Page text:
“Some level of bafflement attends tax-filing season every year. But in 2019, as Americans examine their returns for the first time under the full effect of the sweeping new Republican tax law, the situation is the most cryptic in memory. Some tax breaks have been erased or capped, while others have been expanded or introduced. This is equal-opportunity anxiety. Blue-state professionals feel micro-targeted by new limits on state and local tax deductions, while filers elsewhere can’t figure out why they’re no longer getting a fat refund, if the law was supposed to be so good for them. We asked accountants across the country to tell us their clients’ most common queries. Here are some answers…”
PCWorld: “Some governments, schools, and businesses try to block websites in order to reduce distractions, conserve bandwidth, or censor content. If you want to circumvent such limitations—and you’re willing to assume any attendant risks—you can try to enlist the aid of a VPN, or virtual private network. A VPN creates a secure tunnel between your PC and a server in another location. When you connect to a VPN server, all of your communication travels through that tunnel, so third parties can’t monitor it. In this setup, your online identity—your IP address—becomes anonymized, and you can access blocked websites…”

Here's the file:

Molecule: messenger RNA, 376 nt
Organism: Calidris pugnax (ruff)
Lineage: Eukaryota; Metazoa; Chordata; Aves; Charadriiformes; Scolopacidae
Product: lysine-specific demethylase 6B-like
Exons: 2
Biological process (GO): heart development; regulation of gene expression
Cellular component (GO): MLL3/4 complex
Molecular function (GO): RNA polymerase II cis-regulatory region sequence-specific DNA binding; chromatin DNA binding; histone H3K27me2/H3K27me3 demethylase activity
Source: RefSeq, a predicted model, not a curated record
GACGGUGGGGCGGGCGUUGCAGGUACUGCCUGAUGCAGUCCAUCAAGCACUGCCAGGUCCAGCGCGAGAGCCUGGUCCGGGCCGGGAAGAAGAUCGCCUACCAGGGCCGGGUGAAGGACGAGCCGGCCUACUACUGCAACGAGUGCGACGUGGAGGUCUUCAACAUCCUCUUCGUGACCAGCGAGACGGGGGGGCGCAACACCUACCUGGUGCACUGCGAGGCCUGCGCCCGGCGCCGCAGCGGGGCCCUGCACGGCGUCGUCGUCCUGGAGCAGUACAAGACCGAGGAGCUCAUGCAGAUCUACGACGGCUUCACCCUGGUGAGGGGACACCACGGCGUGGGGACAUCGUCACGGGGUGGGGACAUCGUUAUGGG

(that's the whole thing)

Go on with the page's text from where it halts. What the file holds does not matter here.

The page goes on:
“Algorithms are all around us, using massive stores of data and complex analytics to make decisions with often significant impacts on humans – from choosing the content people see on social media to judging whether a person is a good credit risk or job candidate. Pew Research Center released several reports in 2018 that explored the role and meaning of algorithms in people’s lives today. Here are some of the key themes that emerged from that research…”